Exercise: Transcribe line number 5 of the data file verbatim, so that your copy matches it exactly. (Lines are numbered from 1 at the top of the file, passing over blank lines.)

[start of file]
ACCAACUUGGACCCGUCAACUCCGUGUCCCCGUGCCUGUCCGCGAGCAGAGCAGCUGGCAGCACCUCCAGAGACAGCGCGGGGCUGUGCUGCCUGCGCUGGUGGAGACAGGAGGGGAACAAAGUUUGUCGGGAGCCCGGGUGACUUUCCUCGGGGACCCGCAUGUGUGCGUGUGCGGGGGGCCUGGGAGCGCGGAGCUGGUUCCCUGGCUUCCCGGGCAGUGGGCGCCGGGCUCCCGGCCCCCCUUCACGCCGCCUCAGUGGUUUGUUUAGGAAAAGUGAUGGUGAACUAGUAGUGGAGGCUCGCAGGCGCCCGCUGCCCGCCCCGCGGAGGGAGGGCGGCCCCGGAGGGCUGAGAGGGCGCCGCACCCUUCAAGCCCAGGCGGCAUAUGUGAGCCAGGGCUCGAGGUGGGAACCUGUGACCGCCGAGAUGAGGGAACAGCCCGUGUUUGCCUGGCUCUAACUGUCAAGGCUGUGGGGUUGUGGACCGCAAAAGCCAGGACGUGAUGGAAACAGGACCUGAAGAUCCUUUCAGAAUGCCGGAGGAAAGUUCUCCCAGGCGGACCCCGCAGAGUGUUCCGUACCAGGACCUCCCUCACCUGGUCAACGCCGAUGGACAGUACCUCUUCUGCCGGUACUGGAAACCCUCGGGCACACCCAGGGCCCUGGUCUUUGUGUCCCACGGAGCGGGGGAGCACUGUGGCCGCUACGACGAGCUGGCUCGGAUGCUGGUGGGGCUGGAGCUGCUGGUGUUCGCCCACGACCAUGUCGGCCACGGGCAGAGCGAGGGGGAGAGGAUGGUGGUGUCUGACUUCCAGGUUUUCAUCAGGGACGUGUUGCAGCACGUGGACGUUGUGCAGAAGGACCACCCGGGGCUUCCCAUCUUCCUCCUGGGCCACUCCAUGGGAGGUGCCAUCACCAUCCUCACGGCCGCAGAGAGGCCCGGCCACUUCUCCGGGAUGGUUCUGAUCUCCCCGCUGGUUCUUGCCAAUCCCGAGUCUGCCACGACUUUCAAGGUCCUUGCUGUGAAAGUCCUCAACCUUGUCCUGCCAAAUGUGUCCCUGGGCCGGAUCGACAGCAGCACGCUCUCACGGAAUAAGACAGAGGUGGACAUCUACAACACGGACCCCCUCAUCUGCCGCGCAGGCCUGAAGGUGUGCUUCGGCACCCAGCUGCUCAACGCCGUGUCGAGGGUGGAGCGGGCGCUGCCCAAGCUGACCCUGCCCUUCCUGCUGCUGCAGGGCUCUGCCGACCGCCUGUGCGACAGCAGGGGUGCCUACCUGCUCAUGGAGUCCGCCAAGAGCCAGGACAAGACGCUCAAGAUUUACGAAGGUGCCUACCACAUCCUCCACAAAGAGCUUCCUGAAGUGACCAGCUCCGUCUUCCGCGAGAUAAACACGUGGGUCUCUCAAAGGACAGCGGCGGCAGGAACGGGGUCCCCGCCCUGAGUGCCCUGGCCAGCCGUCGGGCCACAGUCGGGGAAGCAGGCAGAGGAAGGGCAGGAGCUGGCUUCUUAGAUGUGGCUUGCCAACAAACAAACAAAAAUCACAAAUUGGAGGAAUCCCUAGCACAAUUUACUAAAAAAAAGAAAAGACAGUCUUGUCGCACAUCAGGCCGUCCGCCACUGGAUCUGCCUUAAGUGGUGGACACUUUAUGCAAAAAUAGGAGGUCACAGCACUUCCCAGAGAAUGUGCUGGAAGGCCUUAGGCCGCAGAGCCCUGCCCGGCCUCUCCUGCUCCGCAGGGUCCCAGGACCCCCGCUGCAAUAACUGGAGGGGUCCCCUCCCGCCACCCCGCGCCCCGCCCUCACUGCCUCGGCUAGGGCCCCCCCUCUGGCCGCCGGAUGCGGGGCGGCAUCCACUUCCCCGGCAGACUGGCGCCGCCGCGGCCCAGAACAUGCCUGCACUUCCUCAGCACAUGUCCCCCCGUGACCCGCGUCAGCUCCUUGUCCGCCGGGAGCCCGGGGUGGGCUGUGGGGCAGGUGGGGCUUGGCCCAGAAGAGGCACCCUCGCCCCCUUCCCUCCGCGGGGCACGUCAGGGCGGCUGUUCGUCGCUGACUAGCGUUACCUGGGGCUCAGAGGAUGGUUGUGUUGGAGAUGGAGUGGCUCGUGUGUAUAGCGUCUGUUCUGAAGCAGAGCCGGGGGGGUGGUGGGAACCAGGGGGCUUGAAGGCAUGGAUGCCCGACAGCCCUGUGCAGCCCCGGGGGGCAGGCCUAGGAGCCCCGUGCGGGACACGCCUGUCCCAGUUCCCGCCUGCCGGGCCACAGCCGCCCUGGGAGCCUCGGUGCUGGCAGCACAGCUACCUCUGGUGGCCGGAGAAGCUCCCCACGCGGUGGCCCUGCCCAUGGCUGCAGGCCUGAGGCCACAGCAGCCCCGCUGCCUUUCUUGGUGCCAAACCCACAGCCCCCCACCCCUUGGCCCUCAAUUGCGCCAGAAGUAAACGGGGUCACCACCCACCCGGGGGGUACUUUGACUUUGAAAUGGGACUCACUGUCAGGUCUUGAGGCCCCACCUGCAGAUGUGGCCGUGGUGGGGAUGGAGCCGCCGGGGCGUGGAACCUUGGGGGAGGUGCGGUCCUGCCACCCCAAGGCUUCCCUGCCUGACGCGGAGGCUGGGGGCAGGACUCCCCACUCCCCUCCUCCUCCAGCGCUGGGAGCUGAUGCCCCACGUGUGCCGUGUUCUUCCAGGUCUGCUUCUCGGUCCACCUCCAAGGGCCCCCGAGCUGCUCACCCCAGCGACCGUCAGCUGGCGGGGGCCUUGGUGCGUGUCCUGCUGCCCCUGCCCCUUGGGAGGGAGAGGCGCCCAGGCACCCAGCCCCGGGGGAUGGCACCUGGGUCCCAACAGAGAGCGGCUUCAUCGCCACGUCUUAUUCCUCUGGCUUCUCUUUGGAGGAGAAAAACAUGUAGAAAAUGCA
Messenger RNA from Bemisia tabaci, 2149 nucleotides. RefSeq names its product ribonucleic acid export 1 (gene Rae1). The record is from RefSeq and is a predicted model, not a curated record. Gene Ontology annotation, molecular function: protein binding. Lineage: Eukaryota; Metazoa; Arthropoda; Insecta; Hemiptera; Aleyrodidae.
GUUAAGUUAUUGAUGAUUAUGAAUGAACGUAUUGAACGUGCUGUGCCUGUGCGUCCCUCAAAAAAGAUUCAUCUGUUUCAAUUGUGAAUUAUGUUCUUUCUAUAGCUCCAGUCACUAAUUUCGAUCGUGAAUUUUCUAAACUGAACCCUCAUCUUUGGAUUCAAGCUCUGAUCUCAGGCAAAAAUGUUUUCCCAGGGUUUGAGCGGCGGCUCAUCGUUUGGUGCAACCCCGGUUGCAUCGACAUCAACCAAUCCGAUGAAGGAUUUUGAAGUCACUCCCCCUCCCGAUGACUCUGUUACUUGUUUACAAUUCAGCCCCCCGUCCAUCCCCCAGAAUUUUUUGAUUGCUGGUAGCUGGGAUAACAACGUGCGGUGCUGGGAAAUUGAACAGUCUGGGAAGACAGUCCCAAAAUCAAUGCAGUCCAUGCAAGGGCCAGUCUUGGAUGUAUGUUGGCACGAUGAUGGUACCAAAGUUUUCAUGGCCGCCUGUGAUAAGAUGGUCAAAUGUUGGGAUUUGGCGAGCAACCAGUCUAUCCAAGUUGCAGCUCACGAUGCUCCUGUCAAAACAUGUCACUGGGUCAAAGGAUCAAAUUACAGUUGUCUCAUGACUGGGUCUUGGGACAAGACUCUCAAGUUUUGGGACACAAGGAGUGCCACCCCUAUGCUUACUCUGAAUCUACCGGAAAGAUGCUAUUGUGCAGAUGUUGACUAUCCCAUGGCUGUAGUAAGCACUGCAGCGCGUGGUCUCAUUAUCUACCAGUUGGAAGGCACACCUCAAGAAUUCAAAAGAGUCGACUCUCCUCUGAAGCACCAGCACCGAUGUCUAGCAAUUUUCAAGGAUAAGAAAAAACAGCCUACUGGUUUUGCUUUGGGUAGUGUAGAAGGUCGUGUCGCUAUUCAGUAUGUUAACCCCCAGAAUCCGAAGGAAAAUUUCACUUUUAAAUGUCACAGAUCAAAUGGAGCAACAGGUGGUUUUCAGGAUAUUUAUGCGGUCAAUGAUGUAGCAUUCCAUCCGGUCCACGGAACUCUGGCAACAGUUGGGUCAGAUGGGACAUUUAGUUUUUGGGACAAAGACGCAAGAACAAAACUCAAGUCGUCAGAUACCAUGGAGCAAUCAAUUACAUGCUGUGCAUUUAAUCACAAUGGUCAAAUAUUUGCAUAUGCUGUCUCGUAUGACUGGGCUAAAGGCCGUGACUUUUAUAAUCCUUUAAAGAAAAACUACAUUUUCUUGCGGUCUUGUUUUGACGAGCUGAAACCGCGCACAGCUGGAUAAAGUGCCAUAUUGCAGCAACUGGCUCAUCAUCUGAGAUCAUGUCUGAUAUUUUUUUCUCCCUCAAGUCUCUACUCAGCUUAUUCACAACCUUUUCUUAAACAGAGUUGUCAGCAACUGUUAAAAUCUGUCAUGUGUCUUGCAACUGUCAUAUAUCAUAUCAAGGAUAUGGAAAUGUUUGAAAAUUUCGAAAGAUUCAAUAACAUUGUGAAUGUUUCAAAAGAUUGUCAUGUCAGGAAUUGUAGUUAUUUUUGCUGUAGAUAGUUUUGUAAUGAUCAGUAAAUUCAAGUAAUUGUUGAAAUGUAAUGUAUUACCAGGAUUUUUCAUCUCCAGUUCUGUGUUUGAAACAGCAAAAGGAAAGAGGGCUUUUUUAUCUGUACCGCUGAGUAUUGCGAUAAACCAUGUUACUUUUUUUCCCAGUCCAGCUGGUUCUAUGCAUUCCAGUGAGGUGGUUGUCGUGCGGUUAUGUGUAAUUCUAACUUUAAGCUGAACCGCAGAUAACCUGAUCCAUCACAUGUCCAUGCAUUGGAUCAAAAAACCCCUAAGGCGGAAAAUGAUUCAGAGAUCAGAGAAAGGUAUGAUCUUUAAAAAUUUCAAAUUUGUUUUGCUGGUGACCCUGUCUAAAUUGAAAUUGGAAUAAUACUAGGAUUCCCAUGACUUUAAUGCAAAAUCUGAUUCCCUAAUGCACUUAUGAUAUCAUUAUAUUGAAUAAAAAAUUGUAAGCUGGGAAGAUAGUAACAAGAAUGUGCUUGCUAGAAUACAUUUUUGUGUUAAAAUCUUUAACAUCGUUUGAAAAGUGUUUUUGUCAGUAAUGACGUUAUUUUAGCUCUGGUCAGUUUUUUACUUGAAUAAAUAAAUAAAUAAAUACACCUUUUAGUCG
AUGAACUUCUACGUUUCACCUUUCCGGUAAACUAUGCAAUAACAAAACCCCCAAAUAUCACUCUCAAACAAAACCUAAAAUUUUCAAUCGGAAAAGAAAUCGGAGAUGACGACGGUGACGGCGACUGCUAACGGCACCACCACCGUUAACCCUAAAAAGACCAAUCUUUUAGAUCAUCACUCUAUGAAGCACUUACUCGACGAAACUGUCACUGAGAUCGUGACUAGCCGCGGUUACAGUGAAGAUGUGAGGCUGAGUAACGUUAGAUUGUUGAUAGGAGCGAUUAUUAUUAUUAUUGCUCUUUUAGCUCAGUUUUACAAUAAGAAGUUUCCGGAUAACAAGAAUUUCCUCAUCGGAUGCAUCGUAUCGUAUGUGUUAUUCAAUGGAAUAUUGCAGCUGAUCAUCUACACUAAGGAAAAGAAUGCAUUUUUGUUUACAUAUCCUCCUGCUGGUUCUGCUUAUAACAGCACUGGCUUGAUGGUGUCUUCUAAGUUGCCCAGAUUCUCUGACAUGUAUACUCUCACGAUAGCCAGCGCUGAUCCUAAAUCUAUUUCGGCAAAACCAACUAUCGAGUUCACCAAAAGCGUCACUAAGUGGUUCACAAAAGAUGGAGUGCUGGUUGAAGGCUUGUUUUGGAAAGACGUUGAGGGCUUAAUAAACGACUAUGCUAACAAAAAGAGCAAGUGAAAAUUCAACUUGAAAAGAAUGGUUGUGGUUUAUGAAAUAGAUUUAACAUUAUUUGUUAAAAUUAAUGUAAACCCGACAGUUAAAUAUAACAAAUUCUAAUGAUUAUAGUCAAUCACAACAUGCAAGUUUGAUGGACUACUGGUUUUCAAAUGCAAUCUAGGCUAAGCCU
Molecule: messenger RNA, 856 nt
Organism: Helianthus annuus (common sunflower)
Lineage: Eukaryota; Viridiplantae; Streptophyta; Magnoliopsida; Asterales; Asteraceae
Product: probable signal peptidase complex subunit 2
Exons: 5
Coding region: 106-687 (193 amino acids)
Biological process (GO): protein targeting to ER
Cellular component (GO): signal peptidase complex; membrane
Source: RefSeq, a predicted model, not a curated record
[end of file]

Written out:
Molecule: messenger RNA, 856 nt